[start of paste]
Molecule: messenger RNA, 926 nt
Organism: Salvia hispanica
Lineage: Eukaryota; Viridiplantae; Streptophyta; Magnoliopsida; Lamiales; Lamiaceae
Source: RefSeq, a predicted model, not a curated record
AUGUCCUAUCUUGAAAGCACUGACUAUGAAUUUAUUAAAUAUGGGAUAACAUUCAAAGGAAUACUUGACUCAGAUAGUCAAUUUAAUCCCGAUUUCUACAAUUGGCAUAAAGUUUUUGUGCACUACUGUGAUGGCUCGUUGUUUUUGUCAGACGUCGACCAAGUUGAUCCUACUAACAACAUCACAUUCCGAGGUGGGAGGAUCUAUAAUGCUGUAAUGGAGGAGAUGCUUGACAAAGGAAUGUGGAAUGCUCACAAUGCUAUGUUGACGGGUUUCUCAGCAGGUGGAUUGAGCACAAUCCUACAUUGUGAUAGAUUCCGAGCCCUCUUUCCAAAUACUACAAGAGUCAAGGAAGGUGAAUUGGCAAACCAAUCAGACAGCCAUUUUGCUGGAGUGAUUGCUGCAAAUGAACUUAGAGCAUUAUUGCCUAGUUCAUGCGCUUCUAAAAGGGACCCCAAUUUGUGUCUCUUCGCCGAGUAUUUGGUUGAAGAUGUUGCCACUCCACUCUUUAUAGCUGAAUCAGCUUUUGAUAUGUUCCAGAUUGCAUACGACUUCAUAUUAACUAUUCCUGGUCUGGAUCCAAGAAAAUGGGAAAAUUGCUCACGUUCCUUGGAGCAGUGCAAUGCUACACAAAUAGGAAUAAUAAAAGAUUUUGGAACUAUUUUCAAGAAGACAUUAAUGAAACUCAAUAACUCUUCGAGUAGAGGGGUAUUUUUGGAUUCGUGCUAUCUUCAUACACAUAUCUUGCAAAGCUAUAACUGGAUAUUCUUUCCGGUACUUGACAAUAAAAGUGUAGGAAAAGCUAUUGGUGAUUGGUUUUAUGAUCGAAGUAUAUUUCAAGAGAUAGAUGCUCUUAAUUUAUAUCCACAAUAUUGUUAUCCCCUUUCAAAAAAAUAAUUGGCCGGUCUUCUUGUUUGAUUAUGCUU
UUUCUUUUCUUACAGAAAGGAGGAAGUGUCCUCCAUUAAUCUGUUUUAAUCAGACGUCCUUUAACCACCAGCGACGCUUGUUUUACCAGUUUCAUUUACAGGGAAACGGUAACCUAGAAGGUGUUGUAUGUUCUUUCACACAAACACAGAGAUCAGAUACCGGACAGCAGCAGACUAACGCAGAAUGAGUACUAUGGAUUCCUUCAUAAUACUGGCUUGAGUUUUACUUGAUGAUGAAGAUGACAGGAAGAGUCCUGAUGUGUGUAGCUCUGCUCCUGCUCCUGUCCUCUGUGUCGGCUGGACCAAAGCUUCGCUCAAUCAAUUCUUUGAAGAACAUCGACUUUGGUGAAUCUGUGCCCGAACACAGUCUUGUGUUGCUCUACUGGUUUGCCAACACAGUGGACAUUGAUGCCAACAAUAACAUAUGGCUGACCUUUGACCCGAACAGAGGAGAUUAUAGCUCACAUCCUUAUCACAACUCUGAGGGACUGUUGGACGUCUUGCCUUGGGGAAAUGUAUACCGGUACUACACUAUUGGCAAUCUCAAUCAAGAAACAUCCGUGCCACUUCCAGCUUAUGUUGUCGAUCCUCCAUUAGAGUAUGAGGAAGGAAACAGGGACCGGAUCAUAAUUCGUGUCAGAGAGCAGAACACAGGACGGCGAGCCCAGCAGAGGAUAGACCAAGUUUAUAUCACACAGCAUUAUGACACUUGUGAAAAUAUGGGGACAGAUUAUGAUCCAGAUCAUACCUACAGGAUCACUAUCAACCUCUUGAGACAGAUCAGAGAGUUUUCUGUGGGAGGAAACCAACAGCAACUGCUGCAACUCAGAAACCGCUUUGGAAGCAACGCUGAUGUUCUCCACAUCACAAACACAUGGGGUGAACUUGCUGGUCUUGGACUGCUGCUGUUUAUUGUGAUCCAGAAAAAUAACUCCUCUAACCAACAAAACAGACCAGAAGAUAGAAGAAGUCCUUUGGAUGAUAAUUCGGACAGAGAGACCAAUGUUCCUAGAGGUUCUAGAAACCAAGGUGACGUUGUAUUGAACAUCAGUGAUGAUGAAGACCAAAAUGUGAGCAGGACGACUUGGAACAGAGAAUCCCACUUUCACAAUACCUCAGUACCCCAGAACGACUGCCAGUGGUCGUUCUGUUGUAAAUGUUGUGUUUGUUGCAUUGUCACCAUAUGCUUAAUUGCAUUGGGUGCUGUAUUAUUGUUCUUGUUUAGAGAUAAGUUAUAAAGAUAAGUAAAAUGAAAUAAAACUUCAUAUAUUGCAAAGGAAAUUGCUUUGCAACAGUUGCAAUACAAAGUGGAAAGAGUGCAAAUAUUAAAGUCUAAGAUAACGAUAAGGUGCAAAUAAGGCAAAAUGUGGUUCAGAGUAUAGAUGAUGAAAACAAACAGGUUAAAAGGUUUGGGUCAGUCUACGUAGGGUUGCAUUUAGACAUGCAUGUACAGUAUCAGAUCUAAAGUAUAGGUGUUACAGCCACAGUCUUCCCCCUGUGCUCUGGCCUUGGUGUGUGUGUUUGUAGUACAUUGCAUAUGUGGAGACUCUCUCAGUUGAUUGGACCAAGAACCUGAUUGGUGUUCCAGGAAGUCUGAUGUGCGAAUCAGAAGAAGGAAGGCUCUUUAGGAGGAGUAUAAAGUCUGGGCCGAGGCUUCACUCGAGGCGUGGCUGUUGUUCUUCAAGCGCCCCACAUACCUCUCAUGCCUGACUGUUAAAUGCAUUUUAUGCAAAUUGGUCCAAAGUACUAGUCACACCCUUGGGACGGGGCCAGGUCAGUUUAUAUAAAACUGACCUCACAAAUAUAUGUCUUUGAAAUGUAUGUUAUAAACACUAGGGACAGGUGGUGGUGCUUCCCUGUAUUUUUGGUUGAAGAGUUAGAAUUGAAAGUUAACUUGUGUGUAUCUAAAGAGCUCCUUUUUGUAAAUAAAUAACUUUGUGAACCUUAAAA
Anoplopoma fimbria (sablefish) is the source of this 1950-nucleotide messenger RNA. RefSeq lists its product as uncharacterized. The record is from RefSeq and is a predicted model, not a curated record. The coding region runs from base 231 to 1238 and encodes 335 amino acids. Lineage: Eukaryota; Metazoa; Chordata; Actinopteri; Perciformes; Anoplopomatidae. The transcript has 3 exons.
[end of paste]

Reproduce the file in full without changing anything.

Molecule: messenger RNA, 926 nt
Organism: Salvia hispanica
Lineage: Eukaryota; Viridiplantae; Streptophyta; Magnoliopsida; Lamiales; Lamiaceae
Source: RefSeq, a predicted model, not a curated record
AUGUCCUAUCUUGAAAGCACUGACUAUGAAUUUAUUAAAUAUGGGAUAACAUUCAAAGGAAUACUUGACUCAGAUAGUCAAUUUAAUCCCGAUUUCUACAAUUGGCAUAAAGUUUUUGUGCACUACUGUGAUGGCUCGUUGUUUUUGUCAGACGUCGACCAAGUUGAUCCUACUAACAACAUCACAUUCCGAGGUGGGAGGAUCUAUAAUGCUGUAAUGGAGGAGAUGCUUGACAAAGGAAUGUGGAAUGCUCACAAUGCUAUGUUGACGGGUUUCUCAGCAGGUGGAUUGAGCACAAUCCUACAUUGUGAUAGAUUCCGAGCCCUCUUUCCAAAUACUACAAGAGUCAAGGAAGGUGAAUUGGCAAACCAAUCAGACAGCCAUUUUGCUGGAGUGAUUGCUGCAAAUGAACUUAGAGCAUUAUUGCCUAGUUCAUGCGCUUCUAAAAGGGACCCCAAUUUGUGUCUCUUCGCCGAGUAUUUGGUUGAAGAUGUUGCCACUCCACUCUUUAUAGCUGAAUCAGCUUUUGAUAUGUUCCAGAUUGCAUACGACUUCAUAUUAACUAUUCCUGGUCUGGAUCCAAGAAAAUGGGAAAAUUGCUCACGUUCCUUGGAGCAGUGCAAUGCUACACAAAUAGGAAUAAUAAAAGAUUUUGGAACUAUUUUCAAGAAGACAUUAAUGAAACUCAAUAACUCUUCGAGUAGAGGGGUAUUUUUGGAUUCGUGCUAUCUUCAUACACAUAUCUUGCAAAGCUAUAACUGGAUAUUCUUUCCGGUACUUGACAAUAAAAGUGUAGGAAAAGCUAUUGGUGAUUGGUUUUAUGAUCGAAGUAUAUUUCAAGAGAUAGAUGCUCUUAAUUUAUAUCCACAAUAUUGUUAUCCCCUUUCAAAAAAAUAAUUGGCCGGUCUUCUUGUUUGAUUAUGCUU
UUUCUUUUCUUACAGAAAGGAGGAAGUGUCCUCCAUUAAUCUGUUUUAAUCAGACGUCCUUUAACCACCAGCGACGCUUGUUUUACCAGUUUCAUUUACAGGGAAACGGUAACCUAGAAGGUGUUGUAUGUUCUUUCACACAAACACAGAGAUCAGAUACCGGACAGCAGCAGACUAACGCAGAAUGAGUACUAUGGAUUCCUUCAUAAUACUGGCUUGAGUUUUACUUGAUGAUGAAGAUGACAGGAAGAGUCCUGAUGUGUGUAGCUCUGCUCCUGCUCCUGUCCUCUGUGUCGGCUGGACCAAAGCUUCGCUCAAUCAAUUCUUUGAAGAACAUCGACUUUGGUGAAUCUGUGCCCGAACACAGUCUUGUGUUGCUCUACUGGUUUGCCAACACAGUGGACAUUGAUGCCAACAAUAACAUAUGGCUGACCUUUGACCCGAACAGAGGAGAUUAUAGCUCACAUCCUUAUCACAACUCUGAGGGACUGUUGGACGUCUUGCCUUGGGGAAAUGUAUACCGGUACUACACUAUUGGCAAUCUCAAUCAAGAAACAUCCGUGCCACUUCCAGCUUAUGUUGUCGAUCCUCCAUUAGAGUAUGAGGAAGGAAACAGGGACCGGAUCAUAAUUCGUGUCAGAGAGCAGAACACAGGACGGCGAGCCCAGCAGAGGAUAGACCAAGUUUAUAUCACACAGCAUUAUGACACUUGUGAAAAUAUGGGGACAGAUUAUGAUCCAGAUCAUACCUACAGGAUCACUAUCAACCUCUUGAGACAGAUCAGAGAGUUUUCUGUGGGAGGAAACCAACAGCAACUGCUGCAACUCAGAAACCGCUUUGGAAGCAACGCUGAUGUUCUCCACAUCACAAACACAUGGGGUGAACUUGCUGGUCUUGGACUGCUGCUGUUUAUUGUGAUCCAGAAAAAUAACUCCUCUAACCAACAAAACAGACCAGAAGAUAGAAGAAGUCCUUUGGAUGAUAAUUCGGACAGAGAGACCAAUGUUCCUAGAGGUUCUAGAAACCAAGGUGACGUUGUAUUGAACAUCAGUGAUGAUGAAGACCAAAAUGUGAGCAGGACGACUUGGAACAGAGAAUCCCACUUUCACAAUACCUCAGUACCCCAGAACGACUGCCAGUGGUCGUUCUGUUGUAAAUGUUGUGUUUGUUGCAUUGUCACCAUAUGCUUAAUUGCAUUGGGUGCUGUAUUAUUGUUCUUGUUUAGAGAUAAGUUAUAAAGAUAAGUAAAAUGAAAUAAAACUUCAUAUAUUGCAAAGGAAAUUGCUUUGCAACAGUUGCAAUACAAAGUGGAAAGAGUGCAAAUAUUAAAGUCUAAGAUAACGAUAAGGUGCAAAUAAGGCAAAAUGUGGUUCAGAGUAUAGAUGAUGAAAACAAACAGGUUAAAAGGUUUGGGUCAGUCUACGUAGGGUUGCAUUUAGACAUGCAUGUACAGUAUCAGAUCUAAAGUAUAGGUGUUACAGCCACAGUCUUCCCCCUGUGCUCUGGCCUUGGUGUGUGUGUUUGUAGUACAUUGCAUAUGUGGAGACUCUCUCAGUUGAUUGGACCAAGAACCUGAUUGGUGUUCCAGGAAGUCUGAUGUGCGAAUCAGAAGAAGGAAGGCUCUUUAGGAGGAGUAUAAAGUCUGGGCCGAGGCUUCACUCGAGGCGUGGCUGUUGUUCUUCAAGCGCCCCACAUACCUCUCAUGCCUGACUGUUAAAUGCAUUUUAUGCAAAUUGGUCCAAAGUACUAGUCACACCCUUGGGACGGGGCCAGGUCAGUUUAUAUAAAACUGACCUCACAAAUAUAUGUCUUUGAAAUGUAUGUUAUAAACACUAGGGACAGGUGGUGGUGCUUCCCUGUAUUUUUGGUUGAAGAGUUAGAAUUGAAAGUUAACUUGUGUGUAUCUAAAGAGCUCCUUUUUGUAAAUAAAUAACUUUGUGAACCUUAAAA
Anoplopoma fimbria (sablefish) is the source of this 1950-nucleotide messenger RNA. RefSeq lists its product as uncharacterized. The record is from RefSeq and is a predicted model, not a curated record. The coding region runs from base 231 to 1238 and encodes 335 amino acids. Lineage: Eukaryota; Metazoa; Chordata; Actinopteri; Perciformes; Anoplopomatidae. The transcript has 3 exons.